While most might feel that grep, sed, awk and shell programming have been replaced by tools such as Perl and Python these early chapters provide a good grounding in Unix programming and remind newer users of the power and usefulness of these simple Unix tools.
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Most recent customer reviews
4.0 out of 5 stars The much-vaunted Unix "philosophy" in practice
This book is one of the cornerstones of the Unix philosophy. "There's a philosophy?" I hear you ask. Ohhh yessss. Read more
Published on Jan. 21 2004 by TDrinkrrr
4.0 out of 5 stars Yes its great
This is the book I wish I had as an undergrad. I only purchased the book out of curiosity but was delighted with its content. Read more
Published on Jan. 18 2004 by Bryan Stevenson
5.0 out of 5 stars One of the most influential technical books ever written
In addition to providing a broad, albeit detailed introduction to UNIX, this book contains some of the most well-written and documented C code for students of the language. Read more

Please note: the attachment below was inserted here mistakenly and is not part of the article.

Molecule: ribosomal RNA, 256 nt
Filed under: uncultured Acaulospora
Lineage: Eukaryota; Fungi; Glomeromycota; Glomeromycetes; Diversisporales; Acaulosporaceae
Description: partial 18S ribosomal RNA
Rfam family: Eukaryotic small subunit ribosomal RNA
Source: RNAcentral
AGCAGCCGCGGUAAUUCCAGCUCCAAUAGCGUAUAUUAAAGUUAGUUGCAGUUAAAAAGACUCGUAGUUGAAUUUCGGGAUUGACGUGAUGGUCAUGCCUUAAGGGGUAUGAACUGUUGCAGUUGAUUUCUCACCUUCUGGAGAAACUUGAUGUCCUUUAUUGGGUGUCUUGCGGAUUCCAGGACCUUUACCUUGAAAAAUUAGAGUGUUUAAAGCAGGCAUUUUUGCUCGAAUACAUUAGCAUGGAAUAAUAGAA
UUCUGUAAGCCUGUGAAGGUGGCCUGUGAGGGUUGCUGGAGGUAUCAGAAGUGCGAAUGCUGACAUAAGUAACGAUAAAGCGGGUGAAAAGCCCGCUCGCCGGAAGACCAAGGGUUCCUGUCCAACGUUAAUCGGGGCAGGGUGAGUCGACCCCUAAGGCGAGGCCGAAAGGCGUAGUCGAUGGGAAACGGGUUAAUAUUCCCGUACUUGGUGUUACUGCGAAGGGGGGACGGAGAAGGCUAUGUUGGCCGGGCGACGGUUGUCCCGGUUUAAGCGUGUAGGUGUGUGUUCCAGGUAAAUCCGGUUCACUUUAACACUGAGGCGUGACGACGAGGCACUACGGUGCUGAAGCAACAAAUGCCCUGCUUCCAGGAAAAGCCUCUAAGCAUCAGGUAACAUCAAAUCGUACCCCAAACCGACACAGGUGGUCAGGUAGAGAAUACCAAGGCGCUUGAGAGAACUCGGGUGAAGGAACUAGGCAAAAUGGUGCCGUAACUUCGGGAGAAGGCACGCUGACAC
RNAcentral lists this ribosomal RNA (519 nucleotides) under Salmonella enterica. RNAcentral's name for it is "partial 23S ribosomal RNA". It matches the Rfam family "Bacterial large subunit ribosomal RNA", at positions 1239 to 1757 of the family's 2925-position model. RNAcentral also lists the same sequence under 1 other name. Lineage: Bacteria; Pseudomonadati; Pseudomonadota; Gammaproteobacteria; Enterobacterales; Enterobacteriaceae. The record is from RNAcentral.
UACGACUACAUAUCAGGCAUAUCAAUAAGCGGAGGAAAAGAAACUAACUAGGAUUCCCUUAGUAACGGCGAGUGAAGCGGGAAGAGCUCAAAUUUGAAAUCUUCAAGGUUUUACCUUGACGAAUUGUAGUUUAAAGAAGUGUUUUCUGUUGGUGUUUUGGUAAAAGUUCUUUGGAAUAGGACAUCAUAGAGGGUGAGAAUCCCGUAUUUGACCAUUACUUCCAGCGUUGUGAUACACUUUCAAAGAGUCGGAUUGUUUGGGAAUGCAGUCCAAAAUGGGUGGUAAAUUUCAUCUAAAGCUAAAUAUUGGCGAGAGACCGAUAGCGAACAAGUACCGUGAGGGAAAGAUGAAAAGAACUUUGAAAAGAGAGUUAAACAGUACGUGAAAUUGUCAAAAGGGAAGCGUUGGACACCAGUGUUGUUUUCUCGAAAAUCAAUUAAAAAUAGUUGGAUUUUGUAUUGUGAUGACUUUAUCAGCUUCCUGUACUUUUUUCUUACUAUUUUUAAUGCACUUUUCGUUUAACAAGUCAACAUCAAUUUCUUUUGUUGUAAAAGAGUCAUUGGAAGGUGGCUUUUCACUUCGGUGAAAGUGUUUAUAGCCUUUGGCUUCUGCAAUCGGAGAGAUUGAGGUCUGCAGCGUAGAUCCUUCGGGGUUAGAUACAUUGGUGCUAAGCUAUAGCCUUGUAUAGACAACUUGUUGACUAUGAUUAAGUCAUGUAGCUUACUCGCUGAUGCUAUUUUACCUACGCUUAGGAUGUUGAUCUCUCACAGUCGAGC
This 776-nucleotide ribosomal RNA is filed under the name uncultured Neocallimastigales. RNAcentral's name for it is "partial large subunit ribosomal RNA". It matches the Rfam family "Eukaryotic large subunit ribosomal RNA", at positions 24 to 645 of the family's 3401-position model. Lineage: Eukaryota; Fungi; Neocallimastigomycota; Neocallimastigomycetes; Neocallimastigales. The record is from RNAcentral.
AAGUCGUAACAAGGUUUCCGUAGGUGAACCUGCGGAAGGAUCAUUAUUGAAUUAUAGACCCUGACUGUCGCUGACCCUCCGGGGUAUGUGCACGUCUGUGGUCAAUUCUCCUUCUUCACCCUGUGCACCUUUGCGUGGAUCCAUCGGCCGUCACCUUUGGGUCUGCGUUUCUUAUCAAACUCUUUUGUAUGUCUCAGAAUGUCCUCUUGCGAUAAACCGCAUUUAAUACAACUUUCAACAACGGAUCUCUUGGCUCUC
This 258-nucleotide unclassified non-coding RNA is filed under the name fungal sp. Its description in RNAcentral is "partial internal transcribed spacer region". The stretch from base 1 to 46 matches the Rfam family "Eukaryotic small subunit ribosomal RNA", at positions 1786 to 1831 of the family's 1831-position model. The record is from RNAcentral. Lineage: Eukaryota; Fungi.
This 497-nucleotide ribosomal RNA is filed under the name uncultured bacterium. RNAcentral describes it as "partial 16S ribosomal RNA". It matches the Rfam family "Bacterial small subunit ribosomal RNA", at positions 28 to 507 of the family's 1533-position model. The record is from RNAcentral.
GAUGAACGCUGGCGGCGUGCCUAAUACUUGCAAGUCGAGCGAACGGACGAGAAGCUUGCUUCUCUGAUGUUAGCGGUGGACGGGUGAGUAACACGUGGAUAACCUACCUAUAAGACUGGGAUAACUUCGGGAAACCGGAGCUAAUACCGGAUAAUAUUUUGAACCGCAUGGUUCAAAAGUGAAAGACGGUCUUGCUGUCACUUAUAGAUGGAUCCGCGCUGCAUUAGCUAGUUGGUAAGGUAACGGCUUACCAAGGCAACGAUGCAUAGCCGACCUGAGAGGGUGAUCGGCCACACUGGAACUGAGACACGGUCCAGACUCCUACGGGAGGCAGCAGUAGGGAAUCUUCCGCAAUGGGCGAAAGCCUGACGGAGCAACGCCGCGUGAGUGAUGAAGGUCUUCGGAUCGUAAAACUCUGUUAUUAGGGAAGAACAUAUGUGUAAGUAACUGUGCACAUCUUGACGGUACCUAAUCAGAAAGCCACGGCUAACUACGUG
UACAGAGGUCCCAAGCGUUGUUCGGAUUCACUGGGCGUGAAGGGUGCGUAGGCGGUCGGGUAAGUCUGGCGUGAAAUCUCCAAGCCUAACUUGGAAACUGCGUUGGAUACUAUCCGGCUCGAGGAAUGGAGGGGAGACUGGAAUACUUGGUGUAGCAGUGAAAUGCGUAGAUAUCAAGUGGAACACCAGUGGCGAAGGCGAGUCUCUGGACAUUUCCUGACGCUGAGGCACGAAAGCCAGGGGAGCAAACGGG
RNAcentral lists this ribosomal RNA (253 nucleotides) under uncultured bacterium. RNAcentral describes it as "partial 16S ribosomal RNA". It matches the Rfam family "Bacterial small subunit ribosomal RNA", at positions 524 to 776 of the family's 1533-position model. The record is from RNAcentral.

Published on Oct. 27 2003 by gkm77
1.0 out of 5 stars good but very outdated...
This book might be a very good book 10-15 years a go, but now most of the stuff is outdated. Don't waste your money on this book, instead buy another book. Read more
Published on June 26 2003
4.0 out of 5 stars Great book, but very confusing examples(code)
This is very good book to begin with. It gives you all you need to know about UNIX to start with (requires C and some *NIX knowledge). Read more
Published on May 20 2003 by Programmer
4.0 out of 5 stars Very good book, but isn't perfect
I was taking unix programming class and used this book as one of the "main" books. I really loved it, it's very short and clear explain all you need to know, it gives you basic... Read more
Published on Feb. 9 2003
2.0 out of 5 stars Obsolete
It might have been the epitome of UNIX development, now it's nearly twenty years old. It didn't age well. Read more
Published on June 2 2002
5.0 out of 5 stars Extremely good for beginner programmers
I was clueless about Linux programing until I came across this book .Though the book has sections which are otherwise best covered by O'Reilly's UNIX Tools series ,nonetheless it... Read more
Published on March 27 2002
4.0 out of 5 stars Classic
This is a really neat book because of who wrote it and it's value to the history of Unix. It's a good read and very informative. Read more
Published on Dec 1 2001 by Gene Ballard